When Do You Say, “I Love You”?
Some people are reticent about these special words. Others say them as easy as “Hi.” How do you know when it’s really important to say, “I love you”? Here are some thoughts and tips.
When and How to say, “I Love You.”
1. “Love ‘ya” is not the same as “I love you.”
2. “I love you” after three or more glasses of wine is not the same as a sober “I love you.”
3. It takes time to know what you intend when you say those three important words. So, take your time, so you mean what you say.
4. Two of the words are “I” and “You.” This means here is a duo, a partnership, a couple, a pair. Is that what you intend?
5. Love is as meaningful as the person who believes it. It takes thought, emotion, caring, wondrous feelings, and most of all, timing to get it just the way you want it to sound.
Some people share their emotions easily. They also take them in easily. Others are the opposite. It takes climbing a mountain to move their lips into those words. But when they say it, they feel it’s momentous and delicious. So, pay attention to whom you are speaking and who is saying these fascinating words.
Many people regret that they don’t say these words more often because something holds them back. What exactly is that? Well, it’s different for different people. But it scares some people because it is offering a commitment to care and devote yourself to someone, child or adult. It excites others because of the power it involves to offer and to share something so emotive from within. For many who have not received love, it’s a mystery that only is unraveled by a unique relationship; one that you may have never had before. For those who have had the luxury of feeling loved, it is more natural and they recognize this feeling of completing a part of themselves with another person.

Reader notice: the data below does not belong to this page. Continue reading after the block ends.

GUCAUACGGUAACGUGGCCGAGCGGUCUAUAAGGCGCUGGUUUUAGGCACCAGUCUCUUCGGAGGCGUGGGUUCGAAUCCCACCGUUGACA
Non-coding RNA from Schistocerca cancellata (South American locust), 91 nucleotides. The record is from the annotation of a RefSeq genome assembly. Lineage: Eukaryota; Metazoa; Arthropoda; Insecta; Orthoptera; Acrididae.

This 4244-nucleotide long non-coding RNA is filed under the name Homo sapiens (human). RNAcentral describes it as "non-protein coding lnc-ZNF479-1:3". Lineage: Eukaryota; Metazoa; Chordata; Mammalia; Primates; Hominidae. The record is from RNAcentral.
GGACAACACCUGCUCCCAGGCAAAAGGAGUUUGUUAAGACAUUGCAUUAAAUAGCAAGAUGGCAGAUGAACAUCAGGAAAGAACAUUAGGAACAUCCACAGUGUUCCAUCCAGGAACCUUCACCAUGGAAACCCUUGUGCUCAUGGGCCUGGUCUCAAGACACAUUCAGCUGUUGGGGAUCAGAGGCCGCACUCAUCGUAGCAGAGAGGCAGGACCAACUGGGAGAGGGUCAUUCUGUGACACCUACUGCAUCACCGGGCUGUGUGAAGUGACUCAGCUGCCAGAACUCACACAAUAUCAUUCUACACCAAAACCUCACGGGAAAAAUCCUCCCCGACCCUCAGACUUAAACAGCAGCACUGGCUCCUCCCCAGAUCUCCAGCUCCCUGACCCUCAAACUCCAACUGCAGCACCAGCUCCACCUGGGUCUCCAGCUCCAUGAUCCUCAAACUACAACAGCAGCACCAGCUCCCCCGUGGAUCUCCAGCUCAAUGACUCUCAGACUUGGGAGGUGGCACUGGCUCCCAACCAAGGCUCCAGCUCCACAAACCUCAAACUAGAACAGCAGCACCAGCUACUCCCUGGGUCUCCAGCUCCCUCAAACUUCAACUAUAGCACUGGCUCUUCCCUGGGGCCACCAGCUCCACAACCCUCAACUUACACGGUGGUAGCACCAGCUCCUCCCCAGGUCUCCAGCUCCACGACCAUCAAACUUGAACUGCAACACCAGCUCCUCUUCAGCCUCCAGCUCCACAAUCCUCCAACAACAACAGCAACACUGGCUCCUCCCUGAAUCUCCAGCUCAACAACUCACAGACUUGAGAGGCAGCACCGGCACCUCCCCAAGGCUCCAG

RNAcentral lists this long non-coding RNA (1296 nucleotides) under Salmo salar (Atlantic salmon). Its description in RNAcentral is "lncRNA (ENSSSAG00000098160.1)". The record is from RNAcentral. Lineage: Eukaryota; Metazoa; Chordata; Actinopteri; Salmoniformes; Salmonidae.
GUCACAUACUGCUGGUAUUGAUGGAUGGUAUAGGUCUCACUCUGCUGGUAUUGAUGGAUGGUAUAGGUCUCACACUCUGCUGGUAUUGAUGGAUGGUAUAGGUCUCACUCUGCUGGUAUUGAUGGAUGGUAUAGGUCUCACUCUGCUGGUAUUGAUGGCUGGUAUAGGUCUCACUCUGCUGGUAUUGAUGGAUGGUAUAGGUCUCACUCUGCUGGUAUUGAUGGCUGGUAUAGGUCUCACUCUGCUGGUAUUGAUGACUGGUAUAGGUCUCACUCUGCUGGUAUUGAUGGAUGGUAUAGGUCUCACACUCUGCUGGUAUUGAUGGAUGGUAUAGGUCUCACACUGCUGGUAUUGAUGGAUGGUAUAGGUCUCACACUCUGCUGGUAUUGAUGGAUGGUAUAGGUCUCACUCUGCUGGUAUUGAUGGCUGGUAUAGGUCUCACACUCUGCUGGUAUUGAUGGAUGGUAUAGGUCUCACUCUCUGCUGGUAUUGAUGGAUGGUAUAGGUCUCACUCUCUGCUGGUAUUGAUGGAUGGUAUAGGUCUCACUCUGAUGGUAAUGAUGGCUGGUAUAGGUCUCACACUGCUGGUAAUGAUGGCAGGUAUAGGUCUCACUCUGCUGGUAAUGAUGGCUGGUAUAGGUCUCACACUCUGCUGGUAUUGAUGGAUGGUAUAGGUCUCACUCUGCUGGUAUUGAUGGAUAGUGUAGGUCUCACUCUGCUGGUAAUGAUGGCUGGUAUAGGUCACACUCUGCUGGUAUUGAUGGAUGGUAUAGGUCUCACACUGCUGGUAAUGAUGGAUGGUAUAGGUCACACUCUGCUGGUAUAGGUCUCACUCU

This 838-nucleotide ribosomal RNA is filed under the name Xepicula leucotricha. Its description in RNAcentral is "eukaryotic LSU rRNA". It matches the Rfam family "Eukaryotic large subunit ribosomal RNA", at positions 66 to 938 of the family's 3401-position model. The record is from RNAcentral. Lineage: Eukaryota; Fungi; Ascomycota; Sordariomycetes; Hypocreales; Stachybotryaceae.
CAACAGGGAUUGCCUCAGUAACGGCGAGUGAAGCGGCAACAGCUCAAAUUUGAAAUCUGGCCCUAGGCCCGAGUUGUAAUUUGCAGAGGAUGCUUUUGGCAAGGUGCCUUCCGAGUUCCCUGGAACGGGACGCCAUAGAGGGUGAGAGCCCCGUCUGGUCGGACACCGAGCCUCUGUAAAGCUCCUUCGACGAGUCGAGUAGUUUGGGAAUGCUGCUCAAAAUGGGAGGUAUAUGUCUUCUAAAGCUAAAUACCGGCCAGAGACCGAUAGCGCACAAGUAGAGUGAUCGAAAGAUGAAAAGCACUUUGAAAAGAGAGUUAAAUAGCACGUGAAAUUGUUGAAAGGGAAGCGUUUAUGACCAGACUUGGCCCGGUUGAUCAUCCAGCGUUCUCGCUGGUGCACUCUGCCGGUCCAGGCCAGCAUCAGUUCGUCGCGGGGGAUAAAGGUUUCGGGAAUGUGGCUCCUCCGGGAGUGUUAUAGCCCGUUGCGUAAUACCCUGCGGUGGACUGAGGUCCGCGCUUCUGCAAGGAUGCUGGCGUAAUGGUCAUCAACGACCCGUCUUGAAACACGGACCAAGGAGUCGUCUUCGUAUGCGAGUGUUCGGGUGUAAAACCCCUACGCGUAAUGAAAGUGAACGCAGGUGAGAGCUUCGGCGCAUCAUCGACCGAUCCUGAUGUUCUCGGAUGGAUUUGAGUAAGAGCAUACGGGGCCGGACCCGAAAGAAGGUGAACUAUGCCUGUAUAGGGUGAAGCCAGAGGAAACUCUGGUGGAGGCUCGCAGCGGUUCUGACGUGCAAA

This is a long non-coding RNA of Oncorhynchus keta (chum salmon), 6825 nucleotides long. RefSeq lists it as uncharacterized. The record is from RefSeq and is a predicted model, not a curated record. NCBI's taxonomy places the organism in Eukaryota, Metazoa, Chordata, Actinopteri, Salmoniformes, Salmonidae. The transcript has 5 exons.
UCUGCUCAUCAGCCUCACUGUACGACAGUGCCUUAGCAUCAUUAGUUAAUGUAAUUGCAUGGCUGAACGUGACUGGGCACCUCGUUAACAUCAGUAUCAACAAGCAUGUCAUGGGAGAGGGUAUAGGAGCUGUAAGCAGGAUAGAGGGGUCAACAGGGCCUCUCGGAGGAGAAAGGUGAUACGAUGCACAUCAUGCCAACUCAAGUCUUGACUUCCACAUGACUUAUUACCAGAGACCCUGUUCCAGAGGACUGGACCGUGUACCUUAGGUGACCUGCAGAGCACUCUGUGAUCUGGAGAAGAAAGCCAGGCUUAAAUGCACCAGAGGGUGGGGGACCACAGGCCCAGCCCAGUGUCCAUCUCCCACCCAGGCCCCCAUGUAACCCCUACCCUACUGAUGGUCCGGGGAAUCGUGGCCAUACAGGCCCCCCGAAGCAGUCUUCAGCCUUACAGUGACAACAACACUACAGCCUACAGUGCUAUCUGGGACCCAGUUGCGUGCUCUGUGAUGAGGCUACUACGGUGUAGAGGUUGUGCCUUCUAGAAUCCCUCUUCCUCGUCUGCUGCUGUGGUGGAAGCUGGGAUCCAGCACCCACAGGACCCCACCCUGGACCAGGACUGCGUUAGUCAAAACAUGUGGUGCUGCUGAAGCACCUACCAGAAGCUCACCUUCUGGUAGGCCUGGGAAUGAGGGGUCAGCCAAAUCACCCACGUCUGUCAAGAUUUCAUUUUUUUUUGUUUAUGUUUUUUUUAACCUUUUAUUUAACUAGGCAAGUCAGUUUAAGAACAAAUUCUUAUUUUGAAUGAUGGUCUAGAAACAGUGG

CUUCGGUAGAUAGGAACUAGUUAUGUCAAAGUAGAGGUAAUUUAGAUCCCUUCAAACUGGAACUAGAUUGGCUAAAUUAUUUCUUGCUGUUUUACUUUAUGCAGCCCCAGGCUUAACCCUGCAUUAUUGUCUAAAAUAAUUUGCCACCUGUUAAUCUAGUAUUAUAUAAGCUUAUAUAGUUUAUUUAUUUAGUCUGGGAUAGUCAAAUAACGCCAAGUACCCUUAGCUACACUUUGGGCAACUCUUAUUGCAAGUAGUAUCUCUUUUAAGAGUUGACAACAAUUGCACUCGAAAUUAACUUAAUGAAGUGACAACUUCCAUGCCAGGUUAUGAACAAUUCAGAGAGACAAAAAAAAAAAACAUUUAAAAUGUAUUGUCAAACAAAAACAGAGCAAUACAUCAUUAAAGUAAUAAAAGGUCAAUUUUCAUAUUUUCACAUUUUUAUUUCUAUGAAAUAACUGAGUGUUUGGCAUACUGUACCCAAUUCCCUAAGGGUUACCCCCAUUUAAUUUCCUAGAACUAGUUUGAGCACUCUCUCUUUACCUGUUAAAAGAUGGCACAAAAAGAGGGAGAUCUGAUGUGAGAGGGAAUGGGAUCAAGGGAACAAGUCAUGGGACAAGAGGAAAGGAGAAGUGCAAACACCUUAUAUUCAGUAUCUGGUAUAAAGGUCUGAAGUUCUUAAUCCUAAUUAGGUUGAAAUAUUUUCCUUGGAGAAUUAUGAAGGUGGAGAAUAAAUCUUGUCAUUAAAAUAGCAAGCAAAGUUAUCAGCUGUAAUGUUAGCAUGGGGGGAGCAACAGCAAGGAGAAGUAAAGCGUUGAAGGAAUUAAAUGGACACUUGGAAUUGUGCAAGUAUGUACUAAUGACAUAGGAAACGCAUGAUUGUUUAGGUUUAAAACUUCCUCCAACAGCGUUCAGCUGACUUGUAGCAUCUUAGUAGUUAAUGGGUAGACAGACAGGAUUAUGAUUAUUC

There are multiple songs about love testifying to its need by most everyone. People search and yearn for it. But the ability to say it and know the consequences of these words is as variable as people are unique. Spouses, partners, parent and child need to understand their version of that word, LOVE.
There are certainly different kinds of love. Mothers often say they never knew what the love could be for their child until it happened. No books or people could tell them what to expect because it’s so individual. Individual yet universal!
Adult partners who ‘fall in love’ recognize that sense of ‘falling’ only when it’s happening. Falling is a feeling of being out of control, yet when we say it, we want to feel in control. Such a conundrum.
So, when do you say, “I love you”? Only when you know you mean it intellectually and in your heart. It needn’t be said often, just when you know it matters to you and to the person you are saying it to. If you are the person who is hearing it and you know this is very hard for the person offering it, it means a great deal. Then you can’t expect it too often, but when you do, your world opens up. Thus, knowing the source of the words, that individual who has taken it upon himself or herself to open themselves to you, then you know the gravity and immensity of the words.
Laurie Hollman, Ph.D., is a psychoanalyst and author of Unlocking Parental Intelligence: Finding Meaning in Your Child’s Behavior, found on Amazon and wherever books are sold. Visit her website for more insight: http://lauriehollmanphd.com.